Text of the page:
Last edited by Illusions; 12-19-2010 at 06:09 PM. Reason: Redundancy removed

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    Senior Member GGT's Avatar
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    What Nessie (*and Illusions) said.

    We don't have recycling for things like electronics, let alone fridges. Even Salvation Army won't accept older TVs, even if they work. They end up at the curb for heavy trash pick-up, and if they don't end up in a landfill, some sweat shop is paying women (with small hands) to gut the innards and retrieve any metals.
    Last edited by GGT; 12-19-2010 at 06:17 PM. Reason: *

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    Quote Originally Posted by Nessus View Post
    Because it costs energy to manufacture them. Because we're gifting away all our valuable elements to developing nations by dumping our electronic waste there, causing irreparable damage to the environment in the process.
    Pfft.
    Last edited by Illusions; 12-19-2010 at 07:18 PM. Reason: Double Post Merged Into One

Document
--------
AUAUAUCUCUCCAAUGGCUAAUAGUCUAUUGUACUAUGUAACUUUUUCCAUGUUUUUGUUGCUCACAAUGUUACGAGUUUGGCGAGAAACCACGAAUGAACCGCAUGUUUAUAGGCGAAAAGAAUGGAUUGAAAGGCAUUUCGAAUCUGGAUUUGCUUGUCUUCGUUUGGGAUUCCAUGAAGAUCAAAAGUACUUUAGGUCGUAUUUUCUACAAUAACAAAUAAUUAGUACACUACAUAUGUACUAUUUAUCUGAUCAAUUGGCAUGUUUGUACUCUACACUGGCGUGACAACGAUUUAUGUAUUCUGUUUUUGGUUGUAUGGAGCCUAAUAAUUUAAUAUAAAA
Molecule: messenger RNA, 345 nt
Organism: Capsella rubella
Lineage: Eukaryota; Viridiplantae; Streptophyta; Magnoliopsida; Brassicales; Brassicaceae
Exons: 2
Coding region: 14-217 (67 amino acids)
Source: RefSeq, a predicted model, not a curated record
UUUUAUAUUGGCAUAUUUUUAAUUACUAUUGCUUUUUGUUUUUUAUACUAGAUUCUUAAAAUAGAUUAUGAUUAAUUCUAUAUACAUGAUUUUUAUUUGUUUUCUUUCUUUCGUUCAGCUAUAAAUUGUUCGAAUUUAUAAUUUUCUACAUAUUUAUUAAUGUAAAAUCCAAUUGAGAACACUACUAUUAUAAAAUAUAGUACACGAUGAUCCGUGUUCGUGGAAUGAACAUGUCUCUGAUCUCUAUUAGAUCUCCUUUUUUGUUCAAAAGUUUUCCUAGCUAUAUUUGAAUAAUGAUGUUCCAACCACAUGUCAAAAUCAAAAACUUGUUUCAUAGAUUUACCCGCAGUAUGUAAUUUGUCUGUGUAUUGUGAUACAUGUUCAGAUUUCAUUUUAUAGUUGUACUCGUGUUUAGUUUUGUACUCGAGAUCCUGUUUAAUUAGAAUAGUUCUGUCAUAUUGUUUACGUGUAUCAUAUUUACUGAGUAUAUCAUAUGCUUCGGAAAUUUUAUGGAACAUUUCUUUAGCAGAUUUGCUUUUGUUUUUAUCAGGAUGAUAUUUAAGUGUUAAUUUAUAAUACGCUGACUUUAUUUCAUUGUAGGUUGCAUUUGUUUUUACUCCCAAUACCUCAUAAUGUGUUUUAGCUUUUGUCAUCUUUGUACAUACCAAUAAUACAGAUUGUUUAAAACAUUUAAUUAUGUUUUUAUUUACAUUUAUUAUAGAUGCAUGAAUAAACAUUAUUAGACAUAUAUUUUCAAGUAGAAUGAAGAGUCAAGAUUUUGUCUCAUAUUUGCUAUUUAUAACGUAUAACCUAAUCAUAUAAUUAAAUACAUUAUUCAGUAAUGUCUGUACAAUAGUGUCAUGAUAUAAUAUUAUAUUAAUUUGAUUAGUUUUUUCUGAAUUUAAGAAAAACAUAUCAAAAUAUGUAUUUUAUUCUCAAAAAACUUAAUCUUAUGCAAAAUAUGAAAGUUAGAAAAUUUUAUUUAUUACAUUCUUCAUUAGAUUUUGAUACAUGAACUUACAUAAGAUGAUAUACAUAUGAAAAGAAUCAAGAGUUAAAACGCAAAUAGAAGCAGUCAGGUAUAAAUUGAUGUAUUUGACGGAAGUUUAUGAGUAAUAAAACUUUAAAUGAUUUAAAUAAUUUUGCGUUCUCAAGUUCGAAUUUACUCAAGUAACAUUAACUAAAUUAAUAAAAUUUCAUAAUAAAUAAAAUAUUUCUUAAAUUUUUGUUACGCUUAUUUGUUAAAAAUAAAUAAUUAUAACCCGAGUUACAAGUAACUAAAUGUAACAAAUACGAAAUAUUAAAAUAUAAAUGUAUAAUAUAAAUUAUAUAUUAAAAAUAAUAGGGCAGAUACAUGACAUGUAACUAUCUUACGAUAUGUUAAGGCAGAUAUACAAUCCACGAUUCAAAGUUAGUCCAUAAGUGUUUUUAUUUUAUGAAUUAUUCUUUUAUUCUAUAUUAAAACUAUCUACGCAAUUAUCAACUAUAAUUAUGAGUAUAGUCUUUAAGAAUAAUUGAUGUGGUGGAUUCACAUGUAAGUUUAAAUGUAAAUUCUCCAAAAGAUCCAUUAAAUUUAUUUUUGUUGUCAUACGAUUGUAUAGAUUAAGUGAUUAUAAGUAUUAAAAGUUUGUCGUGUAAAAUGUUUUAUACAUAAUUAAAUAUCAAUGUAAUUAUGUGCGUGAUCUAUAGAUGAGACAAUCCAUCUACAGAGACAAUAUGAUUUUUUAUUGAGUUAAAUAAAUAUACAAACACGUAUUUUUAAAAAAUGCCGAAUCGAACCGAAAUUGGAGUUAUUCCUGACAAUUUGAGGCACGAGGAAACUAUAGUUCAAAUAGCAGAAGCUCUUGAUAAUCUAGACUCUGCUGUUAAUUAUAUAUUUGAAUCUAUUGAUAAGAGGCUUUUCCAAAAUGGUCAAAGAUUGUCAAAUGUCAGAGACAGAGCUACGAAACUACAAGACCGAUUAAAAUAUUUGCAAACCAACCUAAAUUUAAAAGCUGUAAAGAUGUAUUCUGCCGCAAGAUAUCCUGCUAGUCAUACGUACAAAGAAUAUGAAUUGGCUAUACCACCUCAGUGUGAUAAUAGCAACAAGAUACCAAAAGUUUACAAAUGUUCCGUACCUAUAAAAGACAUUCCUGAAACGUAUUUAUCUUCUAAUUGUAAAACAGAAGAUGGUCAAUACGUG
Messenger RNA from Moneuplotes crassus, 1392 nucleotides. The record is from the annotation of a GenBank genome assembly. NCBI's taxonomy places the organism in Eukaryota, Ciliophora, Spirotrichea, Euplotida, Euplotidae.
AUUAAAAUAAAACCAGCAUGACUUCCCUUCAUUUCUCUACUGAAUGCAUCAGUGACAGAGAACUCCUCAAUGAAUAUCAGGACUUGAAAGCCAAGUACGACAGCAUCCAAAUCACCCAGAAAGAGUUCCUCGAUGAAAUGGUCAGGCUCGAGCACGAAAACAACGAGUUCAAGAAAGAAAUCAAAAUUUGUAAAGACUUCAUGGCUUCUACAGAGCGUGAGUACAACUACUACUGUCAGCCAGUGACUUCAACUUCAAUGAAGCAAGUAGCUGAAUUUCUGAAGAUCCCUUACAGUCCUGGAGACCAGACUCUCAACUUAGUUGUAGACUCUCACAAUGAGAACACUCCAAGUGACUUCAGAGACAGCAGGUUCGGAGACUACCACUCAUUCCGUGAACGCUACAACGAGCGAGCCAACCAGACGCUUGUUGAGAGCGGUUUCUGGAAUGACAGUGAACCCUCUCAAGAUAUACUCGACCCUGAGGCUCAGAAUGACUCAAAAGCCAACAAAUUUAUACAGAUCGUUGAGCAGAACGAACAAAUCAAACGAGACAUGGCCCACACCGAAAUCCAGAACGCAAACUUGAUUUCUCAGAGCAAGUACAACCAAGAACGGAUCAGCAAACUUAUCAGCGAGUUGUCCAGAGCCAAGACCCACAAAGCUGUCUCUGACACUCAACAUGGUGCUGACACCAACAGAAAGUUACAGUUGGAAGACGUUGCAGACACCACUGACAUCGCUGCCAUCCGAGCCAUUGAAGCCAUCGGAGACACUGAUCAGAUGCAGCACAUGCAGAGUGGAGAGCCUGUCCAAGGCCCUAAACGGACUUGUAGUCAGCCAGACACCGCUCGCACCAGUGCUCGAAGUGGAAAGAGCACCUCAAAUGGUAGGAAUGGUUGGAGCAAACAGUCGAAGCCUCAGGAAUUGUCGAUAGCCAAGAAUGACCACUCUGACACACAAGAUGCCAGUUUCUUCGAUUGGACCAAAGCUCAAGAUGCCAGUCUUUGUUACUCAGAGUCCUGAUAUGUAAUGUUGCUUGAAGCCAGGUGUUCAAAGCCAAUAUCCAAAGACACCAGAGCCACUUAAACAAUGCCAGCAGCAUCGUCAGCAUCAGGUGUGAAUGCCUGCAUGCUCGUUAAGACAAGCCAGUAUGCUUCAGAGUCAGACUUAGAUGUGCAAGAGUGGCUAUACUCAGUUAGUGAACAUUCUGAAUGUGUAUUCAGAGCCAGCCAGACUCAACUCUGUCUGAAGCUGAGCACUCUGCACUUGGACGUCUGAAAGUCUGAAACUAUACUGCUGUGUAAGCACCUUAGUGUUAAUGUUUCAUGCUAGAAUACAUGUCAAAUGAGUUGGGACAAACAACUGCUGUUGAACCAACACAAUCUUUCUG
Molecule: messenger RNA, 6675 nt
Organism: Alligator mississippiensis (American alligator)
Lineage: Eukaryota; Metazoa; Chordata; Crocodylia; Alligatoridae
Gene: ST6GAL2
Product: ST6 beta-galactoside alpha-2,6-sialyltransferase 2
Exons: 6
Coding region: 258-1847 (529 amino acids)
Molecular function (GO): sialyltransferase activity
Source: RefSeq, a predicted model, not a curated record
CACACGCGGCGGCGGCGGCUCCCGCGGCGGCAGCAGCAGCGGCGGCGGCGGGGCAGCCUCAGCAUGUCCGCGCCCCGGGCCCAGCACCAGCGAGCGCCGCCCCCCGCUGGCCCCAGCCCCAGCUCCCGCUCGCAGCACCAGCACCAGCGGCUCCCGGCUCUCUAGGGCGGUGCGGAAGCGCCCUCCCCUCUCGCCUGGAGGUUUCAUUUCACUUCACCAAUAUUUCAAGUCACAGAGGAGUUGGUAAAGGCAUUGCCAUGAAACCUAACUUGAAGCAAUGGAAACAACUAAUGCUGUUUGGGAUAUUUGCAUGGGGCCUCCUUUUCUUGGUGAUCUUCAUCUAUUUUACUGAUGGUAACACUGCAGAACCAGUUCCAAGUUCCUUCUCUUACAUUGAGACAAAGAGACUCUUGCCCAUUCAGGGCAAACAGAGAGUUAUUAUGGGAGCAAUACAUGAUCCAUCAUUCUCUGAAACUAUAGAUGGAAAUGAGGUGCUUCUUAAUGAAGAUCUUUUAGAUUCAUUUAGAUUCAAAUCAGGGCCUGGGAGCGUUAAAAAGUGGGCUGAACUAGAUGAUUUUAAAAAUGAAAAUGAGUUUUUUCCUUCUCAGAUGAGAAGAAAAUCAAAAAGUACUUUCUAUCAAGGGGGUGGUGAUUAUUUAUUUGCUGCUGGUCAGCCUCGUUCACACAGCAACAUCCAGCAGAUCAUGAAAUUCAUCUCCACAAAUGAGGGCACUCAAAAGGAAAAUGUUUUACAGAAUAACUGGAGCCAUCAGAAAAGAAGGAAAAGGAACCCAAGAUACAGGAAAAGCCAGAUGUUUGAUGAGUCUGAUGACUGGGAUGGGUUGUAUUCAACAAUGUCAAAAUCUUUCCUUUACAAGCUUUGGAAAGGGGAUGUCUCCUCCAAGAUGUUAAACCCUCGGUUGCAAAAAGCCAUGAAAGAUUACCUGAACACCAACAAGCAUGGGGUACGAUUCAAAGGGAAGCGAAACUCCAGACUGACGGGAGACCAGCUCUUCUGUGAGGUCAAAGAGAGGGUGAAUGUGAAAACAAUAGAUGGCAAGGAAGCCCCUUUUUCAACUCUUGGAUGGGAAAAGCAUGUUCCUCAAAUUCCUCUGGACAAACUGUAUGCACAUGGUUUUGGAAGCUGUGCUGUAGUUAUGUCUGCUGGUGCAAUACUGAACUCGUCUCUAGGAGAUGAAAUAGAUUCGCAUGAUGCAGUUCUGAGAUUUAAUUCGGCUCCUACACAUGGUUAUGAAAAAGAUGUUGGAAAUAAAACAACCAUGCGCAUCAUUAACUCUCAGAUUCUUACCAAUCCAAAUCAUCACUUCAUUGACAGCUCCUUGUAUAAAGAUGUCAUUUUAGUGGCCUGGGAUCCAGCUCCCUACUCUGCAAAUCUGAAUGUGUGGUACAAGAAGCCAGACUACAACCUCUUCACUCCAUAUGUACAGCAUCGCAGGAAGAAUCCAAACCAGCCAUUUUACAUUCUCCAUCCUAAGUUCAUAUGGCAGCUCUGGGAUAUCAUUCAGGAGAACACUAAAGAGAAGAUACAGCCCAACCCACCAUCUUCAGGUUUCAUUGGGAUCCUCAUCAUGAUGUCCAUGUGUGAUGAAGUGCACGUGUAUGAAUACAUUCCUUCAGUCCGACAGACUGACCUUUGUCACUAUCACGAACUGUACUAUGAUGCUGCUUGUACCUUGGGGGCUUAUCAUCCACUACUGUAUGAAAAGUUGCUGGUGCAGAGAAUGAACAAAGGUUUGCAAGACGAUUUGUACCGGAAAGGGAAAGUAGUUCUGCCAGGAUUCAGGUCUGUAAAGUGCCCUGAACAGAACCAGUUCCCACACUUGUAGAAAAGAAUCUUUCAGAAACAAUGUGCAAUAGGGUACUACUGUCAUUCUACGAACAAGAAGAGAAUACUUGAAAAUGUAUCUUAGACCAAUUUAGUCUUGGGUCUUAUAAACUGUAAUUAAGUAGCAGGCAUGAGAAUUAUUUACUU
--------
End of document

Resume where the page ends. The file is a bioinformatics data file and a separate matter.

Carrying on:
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    Nihilist Nessus's Avatar
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    In the future, the Berlin wall will be a mile high, and made of steel. You too will be made to crawl, to lick children's blood from jackboots. There will be no creativity, only productivity. Instead of love there will be fear and distrust, instead of surrender there will be submission. Contact will be replaced with isolation, and joy with shame. Hope will cease to exist as a concept. The Earth will be covered with steel and concrete. There will be an electronic policeman in every head. Your children will be born in chains, live only to serve, and die in anguish and ignorance.
    The universe we observe has precisely the properties we should expect if there is, at bottom, no design, no purpose, no evil, no good, nothing but blind, pitiless indifference.

  30. #30
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    Quote Originally Posted by Lewkowski View Post
    Pfft.
    This is a valid concern, and your reply doesn't exactly explain why you think it isn't. Is there some logic to pollution being okay, or the short sighted saving of money by dumping said electronic waste in their countries while ignoring the long term implications of doing so?